He has lost that nervous edge. The tremor in his voice. As
                    if we grow younger with each year of death. He senses 
                    something unsettled in me. That gnawing the dead know so 

       The dead grow younger with “each year of death,” as if death is a state in which you count years. Just as we read and accept this, we know that the living grow older. The years gnaw. The interview format is so effective here because the reader makes these connections at the same moment as the “I.” Shumate exploits the real-time quality of an interview. The poems have immediacy because he directly involves the reader in the experience. 
       “The Art of Forgetting” follows the father poems and addresses the same themes of death, past lives, and memory. Once again, Shumate grabs an image and spins it out into a live metaphor. Here, a house expels its contents through the windows, just as you might weep to excise the grief from your body. The poem begins, in a rather passive, meditative voice; the “Art of Forgetting” is “nothing like the ancient art it once was.” The quietness of this beginning is reinforced by the way the title seamlessly feeds the first line. Shumate relies on punctuation to order the rhythm of the poem. The full stop acts as a pause and creates as many fragments as it does full sentences. By the sixth of these “sentences,” the main simile is introduced. Forgetting is:

                    Like cleaning out a great aunt’s house. She’s dead now. 
                    You’re all she had left. You rummage through the debris of 
                    a lifetime. Her ceramic dolls. Her collection of bells. Piles of 
                    tattered books. Her musty wardrobe.

       The rhetorical strategy of lists is important here, as is the use of the second person. Shumate’s “you” most often seems like an “I,” but one that implicates the reader and draws him or her in and opens the poem up to a number of readings. The poem escalates into belongings being thrown out of the house’s windows:

                    In an hour the room is empty. You look around. You wonder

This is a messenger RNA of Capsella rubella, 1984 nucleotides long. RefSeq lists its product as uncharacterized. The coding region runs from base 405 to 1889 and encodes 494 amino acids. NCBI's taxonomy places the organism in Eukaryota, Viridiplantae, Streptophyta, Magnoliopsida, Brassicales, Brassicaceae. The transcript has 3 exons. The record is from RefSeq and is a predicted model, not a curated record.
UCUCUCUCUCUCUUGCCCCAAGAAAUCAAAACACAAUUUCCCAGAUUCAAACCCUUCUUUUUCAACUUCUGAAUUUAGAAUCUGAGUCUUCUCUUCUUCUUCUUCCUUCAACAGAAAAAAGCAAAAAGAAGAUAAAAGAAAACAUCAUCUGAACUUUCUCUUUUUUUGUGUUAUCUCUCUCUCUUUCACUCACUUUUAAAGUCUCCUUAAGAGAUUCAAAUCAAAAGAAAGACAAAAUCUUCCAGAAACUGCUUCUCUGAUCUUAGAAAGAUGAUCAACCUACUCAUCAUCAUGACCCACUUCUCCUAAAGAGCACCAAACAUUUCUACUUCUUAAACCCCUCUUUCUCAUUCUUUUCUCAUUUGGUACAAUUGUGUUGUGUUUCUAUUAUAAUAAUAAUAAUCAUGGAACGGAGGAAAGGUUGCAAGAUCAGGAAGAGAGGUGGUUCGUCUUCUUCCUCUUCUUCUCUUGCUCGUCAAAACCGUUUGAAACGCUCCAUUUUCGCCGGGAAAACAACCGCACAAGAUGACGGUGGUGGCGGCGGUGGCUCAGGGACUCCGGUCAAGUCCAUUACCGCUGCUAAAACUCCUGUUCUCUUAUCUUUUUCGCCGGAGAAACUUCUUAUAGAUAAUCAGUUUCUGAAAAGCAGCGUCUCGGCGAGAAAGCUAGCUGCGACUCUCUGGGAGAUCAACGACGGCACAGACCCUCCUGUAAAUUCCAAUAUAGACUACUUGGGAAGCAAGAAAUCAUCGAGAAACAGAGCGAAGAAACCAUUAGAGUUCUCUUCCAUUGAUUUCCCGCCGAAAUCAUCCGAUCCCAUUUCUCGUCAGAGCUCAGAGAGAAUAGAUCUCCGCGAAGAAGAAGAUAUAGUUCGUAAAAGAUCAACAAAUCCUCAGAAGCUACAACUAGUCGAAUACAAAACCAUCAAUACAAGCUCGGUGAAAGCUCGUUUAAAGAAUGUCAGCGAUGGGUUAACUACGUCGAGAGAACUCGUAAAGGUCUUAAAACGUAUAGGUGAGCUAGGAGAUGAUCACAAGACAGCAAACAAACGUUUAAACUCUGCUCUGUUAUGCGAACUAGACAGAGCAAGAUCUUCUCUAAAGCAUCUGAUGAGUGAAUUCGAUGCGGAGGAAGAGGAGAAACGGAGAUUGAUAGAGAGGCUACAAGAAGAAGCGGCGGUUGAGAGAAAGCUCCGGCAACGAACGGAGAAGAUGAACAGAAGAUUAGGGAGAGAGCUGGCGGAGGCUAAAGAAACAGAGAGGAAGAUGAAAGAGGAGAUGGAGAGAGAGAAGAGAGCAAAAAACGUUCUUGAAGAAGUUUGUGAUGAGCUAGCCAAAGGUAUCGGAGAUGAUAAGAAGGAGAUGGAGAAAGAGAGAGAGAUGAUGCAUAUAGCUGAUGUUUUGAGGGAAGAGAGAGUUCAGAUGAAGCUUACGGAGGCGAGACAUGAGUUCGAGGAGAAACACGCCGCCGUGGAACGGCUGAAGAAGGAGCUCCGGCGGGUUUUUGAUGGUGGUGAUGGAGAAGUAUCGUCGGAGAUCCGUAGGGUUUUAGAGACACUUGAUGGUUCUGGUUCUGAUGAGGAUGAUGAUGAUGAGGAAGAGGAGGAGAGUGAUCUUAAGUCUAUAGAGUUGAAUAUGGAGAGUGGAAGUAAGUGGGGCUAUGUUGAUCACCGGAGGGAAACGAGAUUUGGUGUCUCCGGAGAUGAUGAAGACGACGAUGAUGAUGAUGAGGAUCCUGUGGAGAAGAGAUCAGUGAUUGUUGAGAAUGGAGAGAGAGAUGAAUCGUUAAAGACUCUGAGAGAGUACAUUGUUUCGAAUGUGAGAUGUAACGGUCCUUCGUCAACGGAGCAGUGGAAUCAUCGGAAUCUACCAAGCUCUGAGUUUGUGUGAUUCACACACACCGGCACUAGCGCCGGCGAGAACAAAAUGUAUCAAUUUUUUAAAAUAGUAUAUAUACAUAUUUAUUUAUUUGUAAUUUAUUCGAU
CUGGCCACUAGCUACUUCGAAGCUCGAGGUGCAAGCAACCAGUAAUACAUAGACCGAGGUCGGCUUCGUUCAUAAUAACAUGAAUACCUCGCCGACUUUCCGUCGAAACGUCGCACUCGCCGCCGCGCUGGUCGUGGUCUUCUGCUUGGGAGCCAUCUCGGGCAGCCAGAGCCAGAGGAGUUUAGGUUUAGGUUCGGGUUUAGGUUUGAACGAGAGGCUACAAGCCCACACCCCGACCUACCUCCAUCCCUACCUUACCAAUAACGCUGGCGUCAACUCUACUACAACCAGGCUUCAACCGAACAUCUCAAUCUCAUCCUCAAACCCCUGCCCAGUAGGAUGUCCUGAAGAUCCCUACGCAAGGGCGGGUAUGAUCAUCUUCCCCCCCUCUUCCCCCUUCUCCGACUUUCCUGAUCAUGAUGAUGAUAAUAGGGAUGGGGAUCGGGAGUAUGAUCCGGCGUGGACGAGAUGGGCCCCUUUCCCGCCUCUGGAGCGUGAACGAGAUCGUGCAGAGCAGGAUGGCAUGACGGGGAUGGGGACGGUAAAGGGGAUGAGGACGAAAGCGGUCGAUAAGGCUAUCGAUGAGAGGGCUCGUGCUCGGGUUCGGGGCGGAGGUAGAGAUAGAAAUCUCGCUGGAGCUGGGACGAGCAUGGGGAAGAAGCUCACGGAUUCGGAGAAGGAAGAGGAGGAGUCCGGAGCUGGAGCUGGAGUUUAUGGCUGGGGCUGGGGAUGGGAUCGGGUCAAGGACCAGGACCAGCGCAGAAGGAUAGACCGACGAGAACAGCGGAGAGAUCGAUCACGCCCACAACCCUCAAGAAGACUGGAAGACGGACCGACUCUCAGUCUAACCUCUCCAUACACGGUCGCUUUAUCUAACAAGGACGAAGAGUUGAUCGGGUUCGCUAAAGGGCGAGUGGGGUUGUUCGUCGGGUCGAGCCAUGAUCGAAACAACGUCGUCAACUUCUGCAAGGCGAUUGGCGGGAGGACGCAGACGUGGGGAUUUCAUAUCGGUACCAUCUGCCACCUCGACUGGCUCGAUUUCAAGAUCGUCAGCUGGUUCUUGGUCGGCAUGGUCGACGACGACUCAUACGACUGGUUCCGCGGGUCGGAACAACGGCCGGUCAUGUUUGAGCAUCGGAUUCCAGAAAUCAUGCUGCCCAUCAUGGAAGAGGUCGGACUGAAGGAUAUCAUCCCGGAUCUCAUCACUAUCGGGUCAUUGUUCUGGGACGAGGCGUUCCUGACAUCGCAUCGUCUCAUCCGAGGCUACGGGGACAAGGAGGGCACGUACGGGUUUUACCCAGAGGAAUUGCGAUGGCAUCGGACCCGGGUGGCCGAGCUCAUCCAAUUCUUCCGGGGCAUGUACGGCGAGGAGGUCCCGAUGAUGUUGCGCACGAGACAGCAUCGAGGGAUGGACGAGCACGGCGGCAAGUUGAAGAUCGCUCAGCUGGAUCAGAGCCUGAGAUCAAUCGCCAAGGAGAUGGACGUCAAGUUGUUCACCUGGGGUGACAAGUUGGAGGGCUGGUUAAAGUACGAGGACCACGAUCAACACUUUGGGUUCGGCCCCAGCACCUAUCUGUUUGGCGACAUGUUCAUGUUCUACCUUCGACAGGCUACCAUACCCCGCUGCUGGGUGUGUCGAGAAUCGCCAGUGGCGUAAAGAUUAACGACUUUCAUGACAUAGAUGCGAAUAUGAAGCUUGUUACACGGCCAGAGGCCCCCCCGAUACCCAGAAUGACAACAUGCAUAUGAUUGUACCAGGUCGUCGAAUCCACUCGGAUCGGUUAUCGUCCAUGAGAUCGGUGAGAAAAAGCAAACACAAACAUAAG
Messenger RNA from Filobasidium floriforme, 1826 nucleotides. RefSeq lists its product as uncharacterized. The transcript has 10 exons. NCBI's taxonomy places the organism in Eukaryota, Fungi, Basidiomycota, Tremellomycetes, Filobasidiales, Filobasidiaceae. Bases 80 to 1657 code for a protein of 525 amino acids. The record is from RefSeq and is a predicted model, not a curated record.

how the place would look with a coat of yellow paint.

       When first reading this poem, it’s hard not to think of Elizabeth Bishop’s “One Art,” in which “The art of losing isn’t hard to master.”  But Shumate is not concerned with an art of losing that spins out of control, “losing farther, losing faster.” Here, the art of forgetting is the art of throwing things away and imagining something new. With this in mind, we can read this as a poem in the tradition of Wallace Stevens’s “Man on the Dump.” Shumate labels the modern process of rejecting stale images as “crude.” It might start slowly or carefully: “One thing at a time goes into the trash. Some into storage.”  But this method isn’t effective enough for the narrator. It’s getting him nowhere. So “You find yourself opening windows. Throwing out sofas.” For Shumate, to create something new, you have to toss things from windows, imagine a layer of new paint. 
       As excellent as High Water Mark is, it is not without its flaws. There are a few poems that do not have the scope of others nor do they add to the themes of the collection. However, Shumate generally paces this collection very well, a particularly important consideration for a collection of prose poems. He entertains his reader with his odd and original images, then a poem like “Coronado Rises in the Stirrups”  stops the reader in his tracks. The poem uses a beautiful repeated line “Coronado rises in his stirrups and looks out over America” and ends with an astounding, behind-the-scenes insight as Coronado decides to go home, “tugs at the reins of his horse and wheels it south again while all around him, silent in the grass, the breathless Indians exhale.”  It is these poems you will walk away remembering, but all the poems, even the light ones, are doing work in the collection. As you read the book, Shumate teaches you how to read his work. He familiarizes his reader with his syntactic and rhetorical tricks by using them consistently in all his poems. The lighter poems serve to persuade the reader of his style, setting you up for the big payoffs in the more resonate ones. Through the lessons provided by his own work, Shumate teaches his readers a thing or two about the thrilling possibilities of prose poems.